Opening speech of the ranking member Frank Lucas Full Committee Hearing on the event horizon Telescope image of a black hole

press release
From: House Committee on Science, Space and Technology
Posted: Thursday, May 16, 2019

"We have this first image of a black hole thanks to a pioneering collaboration between observatories around the world," said Lucas. This is a great example of how the NSF's approach to basic science drives scientific progress. "

The full statement of Lucas follows:

Thank you, Chairman Johnson, for holding this hearing. Thanks to all our witnesses who came to discuss this incredible discovery.

After Einstein predicted the existence of black holes, scientists were able to observe their effects and refine theories about how they affect our universe.

However, it is the first time we have seen a black hole directly and it marks a major milestone in our understanding of the universe.

We have this first image of a black hole thanks to a pioneering collaboration between observatories around the world. To see a picture of a black hole, we needed a telescope the size of our entire planet. Not surprisingly, that was out of the question.

But every challenge offers a chance.

Funded by the National Science Foundation, the scientist has partnered with astronomers and data scientists around the world to coordinate their observations to create a global telescope.

This is an excellent example of how the NSF's approach to basic science drives scientific progress.

Like Dr. Córdova said just last week before this committee, the 10 great ideas of the NSF are about enabling research that crosses scientific disciplines to make great discoveries.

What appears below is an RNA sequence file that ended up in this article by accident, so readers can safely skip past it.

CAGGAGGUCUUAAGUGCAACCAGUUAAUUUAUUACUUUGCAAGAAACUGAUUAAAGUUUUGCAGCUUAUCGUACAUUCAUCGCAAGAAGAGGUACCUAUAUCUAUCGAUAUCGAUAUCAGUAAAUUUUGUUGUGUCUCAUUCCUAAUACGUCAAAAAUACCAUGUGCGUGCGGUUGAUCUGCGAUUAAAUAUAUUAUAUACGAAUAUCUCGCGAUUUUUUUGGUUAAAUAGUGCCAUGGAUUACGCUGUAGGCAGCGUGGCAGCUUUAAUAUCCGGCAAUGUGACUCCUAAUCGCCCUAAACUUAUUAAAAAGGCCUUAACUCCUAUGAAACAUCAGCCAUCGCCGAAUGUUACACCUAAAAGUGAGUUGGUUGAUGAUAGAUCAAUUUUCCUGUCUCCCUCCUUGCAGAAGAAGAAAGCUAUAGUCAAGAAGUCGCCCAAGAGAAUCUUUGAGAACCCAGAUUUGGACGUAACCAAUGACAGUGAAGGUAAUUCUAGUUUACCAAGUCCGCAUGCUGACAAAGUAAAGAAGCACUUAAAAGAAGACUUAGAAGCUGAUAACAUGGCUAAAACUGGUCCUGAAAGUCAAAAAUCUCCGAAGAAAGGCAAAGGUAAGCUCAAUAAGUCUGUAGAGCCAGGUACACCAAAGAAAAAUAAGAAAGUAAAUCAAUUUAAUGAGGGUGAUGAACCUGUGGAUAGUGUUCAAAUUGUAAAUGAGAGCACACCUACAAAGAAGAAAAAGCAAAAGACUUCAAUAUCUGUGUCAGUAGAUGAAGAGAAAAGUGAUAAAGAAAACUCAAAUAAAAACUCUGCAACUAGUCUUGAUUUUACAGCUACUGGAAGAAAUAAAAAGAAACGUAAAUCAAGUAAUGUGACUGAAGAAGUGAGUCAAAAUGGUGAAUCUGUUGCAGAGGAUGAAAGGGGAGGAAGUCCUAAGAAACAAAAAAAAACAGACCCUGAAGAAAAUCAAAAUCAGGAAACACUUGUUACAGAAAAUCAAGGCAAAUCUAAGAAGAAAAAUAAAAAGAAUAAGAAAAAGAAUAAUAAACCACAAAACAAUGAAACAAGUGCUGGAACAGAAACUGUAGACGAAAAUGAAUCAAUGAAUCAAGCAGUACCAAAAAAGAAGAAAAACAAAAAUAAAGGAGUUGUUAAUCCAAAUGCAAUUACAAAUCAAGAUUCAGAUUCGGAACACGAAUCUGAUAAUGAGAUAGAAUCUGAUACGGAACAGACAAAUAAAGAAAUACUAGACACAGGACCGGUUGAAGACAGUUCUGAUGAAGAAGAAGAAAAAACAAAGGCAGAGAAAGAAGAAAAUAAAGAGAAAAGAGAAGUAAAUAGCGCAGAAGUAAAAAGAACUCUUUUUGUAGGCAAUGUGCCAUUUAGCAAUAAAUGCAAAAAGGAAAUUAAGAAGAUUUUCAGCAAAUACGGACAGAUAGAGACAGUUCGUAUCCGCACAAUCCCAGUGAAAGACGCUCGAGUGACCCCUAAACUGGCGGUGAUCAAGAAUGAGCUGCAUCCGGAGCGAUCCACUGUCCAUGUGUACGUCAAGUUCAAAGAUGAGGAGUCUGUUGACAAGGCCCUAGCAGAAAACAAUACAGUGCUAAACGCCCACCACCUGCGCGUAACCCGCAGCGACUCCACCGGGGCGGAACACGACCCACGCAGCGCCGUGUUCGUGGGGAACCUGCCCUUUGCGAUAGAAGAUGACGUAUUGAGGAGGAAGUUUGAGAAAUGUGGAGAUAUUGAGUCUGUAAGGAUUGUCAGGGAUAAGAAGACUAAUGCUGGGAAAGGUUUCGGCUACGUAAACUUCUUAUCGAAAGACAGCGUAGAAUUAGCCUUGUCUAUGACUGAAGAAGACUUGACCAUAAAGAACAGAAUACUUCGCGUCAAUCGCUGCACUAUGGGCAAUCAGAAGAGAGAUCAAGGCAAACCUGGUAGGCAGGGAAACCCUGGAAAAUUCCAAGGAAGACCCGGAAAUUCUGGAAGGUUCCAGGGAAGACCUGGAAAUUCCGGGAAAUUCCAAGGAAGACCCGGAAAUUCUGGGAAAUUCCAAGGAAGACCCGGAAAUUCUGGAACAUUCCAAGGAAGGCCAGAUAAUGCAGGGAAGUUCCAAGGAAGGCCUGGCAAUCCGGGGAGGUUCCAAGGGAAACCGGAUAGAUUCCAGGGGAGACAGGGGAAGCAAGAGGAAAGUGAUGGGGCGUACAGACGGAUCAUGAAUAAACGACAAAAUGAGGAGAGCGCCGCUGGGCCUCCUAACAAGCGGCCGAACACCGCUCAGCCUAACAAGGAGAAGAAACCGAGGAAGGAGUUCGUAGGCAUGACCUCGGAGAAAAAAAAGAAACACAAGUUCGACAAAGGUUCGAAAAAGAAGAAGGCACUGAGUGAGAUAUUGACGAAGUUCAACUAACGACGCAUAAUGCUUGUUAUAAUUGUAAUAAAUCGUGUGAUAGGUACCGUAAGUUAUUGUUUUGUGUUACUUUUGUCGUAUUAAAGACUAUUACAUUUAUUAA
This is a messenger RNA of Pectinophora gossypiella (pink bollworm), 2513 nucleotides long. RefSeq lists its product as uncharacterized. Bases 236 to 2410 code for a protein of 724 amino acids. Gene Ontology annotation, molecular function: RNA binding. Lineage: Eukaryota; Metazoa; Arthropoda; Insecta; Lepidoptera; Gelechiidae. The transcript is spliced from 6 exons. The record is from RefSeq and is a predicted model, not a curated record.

NSF's coordinated and interdisciplinary approach has already yielded two groundbreaking discoveries in its "Window to the Universe" – first the discovery of gravitational waves by LIGO and now this image of a black hole.

I would like to put these successes in the right perspective. When Einstein predicted the existence of gravitational waves, he also asked whether these waves in space-time could ever be observed on Earth.

The signals would be so small that he doubted that we would ever be able to develop instruments that were sensitive enough to recognize them.

One hundred years later, NSF-funded technology, developed over decades, allowed us to confirm this fundamental prediction.

This is important not only because it helps us to understand the universe we live in, but also because it has helped to develop other technologies that directly affect scientific advances – including semiconductors, our cell phones and computers make it more efficient.

NSF's investments in ground-based astronomy have also resulted in technologies ranging from airport security to Lasik eye surgery.

But the scientists who have produced these projects may be the biggest return on our investment. Hundreds of graduate students have been working on this discovery, and their careers are being made aware of this experience. And thousands of young students who have seen this announcement may be inspired to make a career in STEM. These are whole generations of new discoverers who will contribute to scientific knowledge and American progress.

We do not yet know all the ways in which the Horizon Telescope event will expand our knowledge of the universe or our technological evolution here on earth. However, it is certain that this picture is only the beginning of what is to come.

I look forward to hearing from our witnesses – what this discovery teaches about our universe, what lessons we can learn to better coordinate basic science in the US, and what's next planned for this project.

Thank you for being here and I'll give you the rest of my time.

// The End //

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